back to article Eggheads identify the last animal that will survive on Earth until the Sun dies

Humans are newcomers on Earth and it's almost certain that we won't be around, on this planet at least, when the solar system's star finally goes nova. But boffins have identified at least one animal that will be. It is estimated that our star will die in about five billion years, after growing to a red giant that will most …

  1. ArtFart

    Are you SURE that isn't Keith???

    1. Anonymous Coward
      Anonymous Coward

      Nope, it's too good looking to be Keith

      1. MrT
        Mushroom

        I'm not going to pass any comment until someone has sorted out a bowl of 1000 brown M&Ms.

        I will therefore defer to the wisdom and greater understanding of Del Preston in these matters...

    2. EastFinchleyite

      Mr Loaf

      I don't think it's Keef. A bit too fleshy.

      Much more likely to be Meatloaf.

  2. Boris the Cockroach Silver badge
    Boffin

    The power

    output of the sun is rising (well its surface temperature is)

    In about 1.5 billion years time it will be enough to get earth's average temp to about 60-70 degrees c..... at which point it stops raining and all the water in the oceans ends up in the atmosphere very rapidly.

    This increases the green house effect and air pressure at the surface resulting in a runaway action and earth ends up like venus.

    Surface temp 400c+, pressure 90bar+

    Enough to fry all life... even Keith Richards

    1. Anonymous Coward
      Devil

      Re: The power

      I was given to understand that it was a giant Star Goat...

      Seriously tho, at the higher temps more water molecules will rise to heights where solar ultraviolet breaks the H-O-H bonds. Then the H will be not so gradually lost to space. It already happened in the case of Mars.

      This effect will directly compete with increasing water vapour in our atmosphere, Don't know the rates so I can't speculate, but it might never get to the Venus stage, instead assuming the "dead baked plain" aspect so common in time travel stories.

      Let's see how tuff the tardigrades are with no water, eh?

      1. DougS Silver badge

        Re: The power

        Even if all the water on the surface is gone, there will be plenty of water remaining underground for them to live in.

    2. John Brown (no body) Silver badge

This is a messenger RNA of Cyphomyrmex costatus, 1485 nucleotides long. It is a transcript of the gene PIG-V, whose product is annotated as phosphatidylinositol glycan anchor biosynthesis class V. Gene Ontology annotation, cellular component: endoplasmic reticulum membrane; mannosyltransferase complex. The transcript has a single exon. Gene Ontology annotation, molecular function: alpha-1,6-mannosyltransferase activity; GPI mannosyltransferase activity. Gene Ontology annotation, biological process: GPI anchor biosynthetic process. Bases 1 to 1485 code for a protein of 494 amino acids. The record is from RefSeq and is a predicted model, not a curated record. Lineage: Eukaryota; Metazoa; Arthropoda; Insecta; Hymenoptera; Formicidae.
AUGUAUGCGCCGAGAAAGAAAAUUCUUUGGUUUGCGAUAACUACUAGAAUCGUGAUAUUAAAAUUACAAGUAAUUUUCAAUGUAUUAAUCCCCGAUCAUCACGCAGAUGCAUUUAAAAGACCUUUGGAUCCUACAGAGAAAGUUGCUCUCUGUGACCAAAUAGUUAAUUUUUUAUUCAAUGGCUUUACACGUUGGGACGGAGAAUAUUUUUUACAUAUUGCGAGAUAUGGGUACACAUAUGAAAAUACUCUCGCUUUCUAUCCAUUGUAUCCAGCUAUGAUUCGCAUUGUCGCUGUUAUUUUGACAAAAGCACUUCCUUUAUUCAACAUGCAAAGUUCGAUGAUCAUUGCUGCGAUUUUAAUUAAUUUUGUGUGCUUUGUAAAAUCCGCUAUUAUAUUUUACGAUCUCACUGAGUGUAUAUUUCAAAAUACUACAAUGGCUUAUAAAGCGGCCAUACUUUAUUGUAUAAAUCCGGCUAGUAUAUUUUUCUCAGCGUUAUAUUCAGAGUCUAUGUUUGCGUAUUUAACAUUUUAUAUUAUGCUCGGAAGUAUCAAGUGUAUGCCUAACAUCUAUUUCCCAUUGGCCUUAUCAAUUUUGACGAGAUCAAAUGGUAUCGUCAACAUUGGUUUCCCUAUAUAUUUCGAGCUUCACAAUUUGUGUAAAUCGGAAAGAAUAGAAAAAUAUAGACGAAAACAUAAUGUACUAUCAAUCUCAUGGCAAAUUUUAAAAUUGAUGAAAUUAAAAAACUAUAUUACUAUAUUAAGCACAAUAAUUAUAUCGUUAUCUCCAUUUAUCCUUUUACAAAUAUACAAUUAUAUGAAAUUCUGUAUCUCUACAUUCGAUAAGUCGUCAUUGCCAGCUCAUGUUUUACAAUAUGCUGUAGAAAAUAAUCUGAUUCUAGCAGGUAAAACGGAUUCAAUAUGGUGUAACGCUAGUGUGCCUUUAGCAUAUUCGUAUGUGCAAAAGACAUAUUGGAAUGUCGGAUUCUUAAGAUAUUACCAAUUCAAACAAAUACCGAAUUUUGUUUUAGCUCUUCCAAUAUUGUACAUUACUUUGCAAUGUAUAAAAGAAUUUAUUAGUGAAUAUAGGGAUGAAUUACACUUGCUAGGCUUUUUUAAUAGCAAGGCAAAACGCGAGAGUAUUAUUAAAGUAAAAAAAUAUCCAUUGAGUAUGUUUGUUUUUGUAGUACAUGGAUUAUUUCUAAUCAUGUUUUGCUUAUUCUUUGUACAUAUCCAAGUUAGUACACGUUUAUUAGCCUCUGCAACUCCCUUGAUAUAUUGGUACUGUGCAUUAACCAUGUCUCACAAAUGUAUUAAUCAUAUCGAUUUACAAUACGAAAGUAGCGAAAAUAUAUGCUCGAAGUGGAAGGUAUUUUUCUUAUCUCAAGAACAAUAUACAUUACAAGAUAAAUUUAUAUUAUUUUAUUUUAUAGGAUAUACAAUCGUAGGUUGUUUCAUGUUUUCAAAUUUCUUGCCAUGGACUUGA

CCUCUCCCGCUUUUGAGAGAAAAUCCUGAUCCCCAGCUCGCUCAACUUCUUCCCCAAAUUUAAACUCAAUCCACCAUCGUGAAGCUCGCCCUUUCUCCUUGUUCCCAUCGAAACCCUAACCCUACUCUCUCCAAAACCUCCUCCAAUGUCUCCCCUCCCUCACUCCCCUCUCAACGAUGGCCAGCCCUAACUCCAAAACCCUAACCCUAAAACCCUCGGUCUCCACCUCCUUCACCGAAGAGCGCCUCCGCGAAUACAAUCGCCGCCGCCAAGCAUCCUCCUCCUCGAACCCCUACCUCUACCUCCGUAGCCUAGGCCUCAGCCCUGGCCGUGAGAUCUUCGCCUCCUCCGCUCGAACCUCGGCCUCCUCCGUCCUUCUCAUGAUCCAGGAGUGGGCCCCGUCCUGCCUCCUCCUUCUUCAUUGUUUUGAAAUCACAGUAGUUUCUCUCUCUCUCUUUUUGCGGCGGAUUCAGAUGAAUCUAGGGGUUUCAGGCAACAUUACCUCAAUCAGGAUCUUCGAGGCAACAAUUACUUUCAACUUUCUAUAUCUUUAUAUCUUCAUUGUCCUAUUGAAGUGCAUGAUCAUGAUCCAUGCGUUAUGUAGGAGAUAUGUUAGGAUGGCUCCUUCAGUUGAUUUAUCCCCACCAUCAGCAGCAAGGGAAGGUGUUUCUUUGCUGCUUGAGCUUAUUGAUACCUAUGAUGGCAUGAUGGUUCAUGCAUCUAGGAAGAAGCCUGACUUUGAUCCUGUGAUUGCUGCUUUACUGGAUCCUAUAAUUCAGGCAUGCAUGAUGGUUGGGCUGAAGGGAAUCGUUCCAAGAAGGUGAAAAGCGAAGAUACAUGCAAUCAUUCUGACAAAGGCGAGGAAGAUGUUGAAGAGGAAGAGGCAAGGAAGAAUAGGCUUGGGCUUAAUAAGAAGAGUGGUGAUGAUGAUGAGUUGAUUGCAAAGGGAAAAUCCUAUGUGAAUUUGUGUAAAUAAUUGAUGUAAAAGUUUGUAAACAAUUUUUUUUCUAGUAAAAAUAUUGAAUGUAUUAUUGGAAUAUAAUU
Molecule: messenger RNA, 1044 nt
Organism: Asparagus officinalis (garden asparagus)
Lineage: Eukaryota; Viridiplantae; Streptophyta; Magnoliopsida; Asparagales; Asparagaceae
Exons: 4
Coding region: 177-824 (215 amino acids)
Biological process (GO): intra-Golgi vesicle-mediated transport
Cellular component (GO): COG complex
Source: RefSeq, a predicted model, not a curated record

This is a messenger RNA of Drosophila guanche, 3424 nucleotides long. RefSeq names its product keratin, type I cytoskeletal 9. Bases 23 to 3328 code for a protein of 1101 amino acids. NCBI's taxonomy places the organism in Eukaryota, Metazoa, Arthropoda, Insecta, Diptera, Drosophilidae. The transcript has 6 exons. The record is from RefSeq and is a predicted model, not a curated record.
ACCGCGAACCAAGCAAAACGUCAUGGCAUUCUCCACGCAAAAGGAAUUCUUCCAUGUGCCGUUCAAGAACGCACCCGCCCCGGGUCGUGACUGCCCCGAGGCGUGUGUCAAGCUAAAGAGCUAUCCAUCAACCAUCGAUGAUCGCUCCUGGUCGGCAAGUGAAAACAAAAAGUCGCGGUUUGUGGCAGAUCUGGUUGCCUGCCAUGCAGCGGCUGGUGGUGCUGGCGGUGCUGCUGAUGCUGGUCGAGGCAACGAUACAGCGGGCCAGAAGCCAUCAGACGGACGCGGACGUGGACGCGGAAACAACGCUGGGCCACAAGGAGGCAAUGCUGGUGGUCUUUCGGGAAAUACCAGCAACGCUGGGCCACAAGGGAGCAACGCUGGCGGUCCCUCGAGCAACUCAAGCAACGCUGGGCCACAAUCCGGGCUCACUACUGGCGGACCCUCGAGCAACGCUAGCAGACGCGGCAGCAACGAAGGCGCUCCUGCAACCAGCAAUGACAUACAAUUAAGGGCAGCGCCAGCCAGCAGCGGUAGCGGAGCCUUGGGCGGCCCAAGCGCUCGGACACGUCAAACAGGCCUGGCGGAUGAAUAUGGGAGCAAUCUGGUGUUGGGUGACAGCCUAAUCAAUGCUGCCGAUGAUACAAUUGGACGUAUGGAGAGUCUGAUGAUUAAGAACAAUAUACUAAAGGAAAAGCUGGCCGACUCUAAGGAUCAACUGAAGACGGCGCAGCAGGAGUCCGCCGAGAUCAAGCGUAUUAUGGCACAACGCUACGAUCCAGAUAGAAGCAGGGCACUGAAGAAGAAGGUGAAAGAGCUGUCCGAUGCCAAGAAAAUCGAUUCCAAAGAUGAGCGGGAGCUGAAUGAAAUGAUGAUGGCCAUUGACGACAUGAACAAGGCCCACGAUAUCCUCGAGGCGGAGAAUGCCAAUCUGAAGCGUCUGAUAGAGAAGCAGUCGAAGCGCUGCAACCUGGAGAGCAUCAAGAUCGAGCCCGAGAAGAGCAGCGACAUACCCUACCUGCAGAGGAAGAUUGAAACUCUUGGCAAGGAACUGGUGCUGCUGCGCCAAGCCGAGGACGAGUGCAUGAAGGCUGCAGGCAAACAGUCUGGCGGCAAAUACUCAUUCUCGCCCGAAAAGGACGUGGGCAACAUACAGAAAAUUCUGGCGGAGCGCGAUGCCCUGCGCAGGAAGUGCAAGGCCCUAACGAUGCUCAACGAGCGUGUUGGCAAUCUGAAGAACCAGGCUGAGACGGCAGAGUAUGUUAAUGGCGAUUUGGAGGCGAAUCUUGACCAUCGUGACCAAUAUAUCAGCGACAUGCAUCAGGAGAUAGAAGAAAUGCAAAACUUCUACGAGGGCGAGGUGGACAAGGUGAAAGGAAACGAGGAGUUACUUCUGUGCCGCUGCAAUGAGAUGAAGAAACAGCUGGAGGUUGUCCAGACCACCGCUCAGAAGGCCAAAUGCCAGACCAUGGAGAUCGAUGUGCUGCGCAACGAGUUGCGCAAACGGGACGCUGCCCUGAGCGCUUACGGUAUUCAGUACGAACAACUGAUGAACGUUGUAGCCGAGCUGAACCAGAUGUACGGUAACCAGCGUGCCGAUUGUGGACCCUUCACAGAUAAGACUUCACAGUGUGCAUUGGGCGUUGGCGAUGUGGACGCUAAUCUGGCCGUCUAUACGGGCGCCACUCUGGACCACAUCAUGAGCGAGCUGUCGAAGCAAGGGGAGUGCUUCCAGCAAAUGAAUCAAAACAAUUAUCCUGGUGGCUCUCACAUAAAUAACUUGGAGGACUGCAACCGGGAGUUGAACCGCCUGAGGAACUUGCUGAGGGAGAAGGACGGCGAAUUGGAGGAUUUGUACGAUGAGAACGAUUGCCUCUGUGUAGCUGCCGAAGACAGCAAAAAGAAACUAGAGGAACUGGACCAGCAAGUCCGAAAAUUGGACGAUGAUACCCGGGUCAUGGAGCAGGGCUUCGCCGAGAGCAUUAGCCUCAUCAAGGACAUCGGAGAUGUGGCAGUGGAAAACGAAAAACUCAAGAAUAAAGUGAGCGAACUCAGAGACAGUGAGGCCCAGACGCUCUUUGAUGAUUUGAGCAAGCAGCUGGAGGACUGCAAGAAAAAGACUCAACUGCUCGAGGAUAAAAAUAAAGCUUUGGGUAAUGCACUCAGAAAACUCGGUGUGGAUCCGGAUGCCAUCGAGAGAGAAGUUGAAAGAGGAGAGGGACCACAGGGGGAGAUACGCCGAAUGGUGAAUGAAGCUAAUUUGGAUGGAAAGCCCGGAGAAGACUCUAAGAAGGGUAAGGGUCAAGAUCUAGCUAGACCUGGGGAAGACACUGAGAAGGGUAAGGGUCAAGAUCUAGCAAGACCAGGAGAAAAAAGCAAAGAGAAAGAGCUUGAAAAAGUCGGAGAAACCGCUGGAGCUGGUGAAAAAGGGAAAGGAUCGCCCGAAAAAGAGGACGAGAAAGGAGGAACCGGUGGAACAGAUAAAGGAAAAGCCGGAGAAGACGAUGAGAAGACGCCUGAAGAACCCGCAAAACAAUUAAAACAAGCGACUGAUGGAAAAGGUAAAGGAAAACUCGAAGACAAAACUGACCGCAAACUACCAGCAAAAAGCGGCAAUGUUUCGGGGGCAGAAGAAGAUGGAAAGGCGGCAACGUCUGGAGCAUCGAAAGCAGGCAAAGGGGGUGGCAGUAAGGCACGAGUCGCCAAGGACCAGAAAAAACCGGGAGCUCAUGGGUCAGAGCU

Re: The power

      output of the sun is rising (well its surface temperature is)

      ISTR reading somewhere that our sun is a variable of sorts. And we've not been able to measure its temperature for long, barely an eye blink of it's current age, so is it safe to make estimates based on almost no data?

    3. EastFinchleyite

      Re: The power

      "Enough to fry all life... even Keith Richards"

      From past experience I wouldn't be too sure about that. I reckon KR is the real Wolverine even if his tree climbing skills are a little short of Spiderman's. He has consumed or smoked enough uppers, downers or sidewayers to dispose of a fit elephant but, like the poor, he is always with us.

    4. Tim O'Connor

      Re: The power

      I read that in only 300 million years the Moon and Earth will become tidally locked and the Earth will rotate only once every 28 days - so 14 days at a time of pure darkness, followed by 14 days of nonstop sunlight! Also there will be little to no tides and major ocean currents will change radically or even cease altogether. The moon will only be visible from 1/2 of the earth and will appear in the sky at all times.

      1. Tom 7 Silver badge

        Re: The power Tidal Locking

        It will be about 50 BILLION years before the earth is tidally locked to the moon by which time neither will exist.

        1. HelpfulJohn

          Re: The power Tidal Locking

          "It will be about 50 BILLION years before the earth is tidally locked to the moon by which time neither will exist."

          It is possible for the Earth to survive the Red Sol phase and even to be somewhat intact and still orbiting after the Solar "Planetary" Nebula phase and into the era of White Dwarf Sol. Earth is rather a large rock with a quite large gooey center and it will take a lot of heat and friction over a long time to kill her.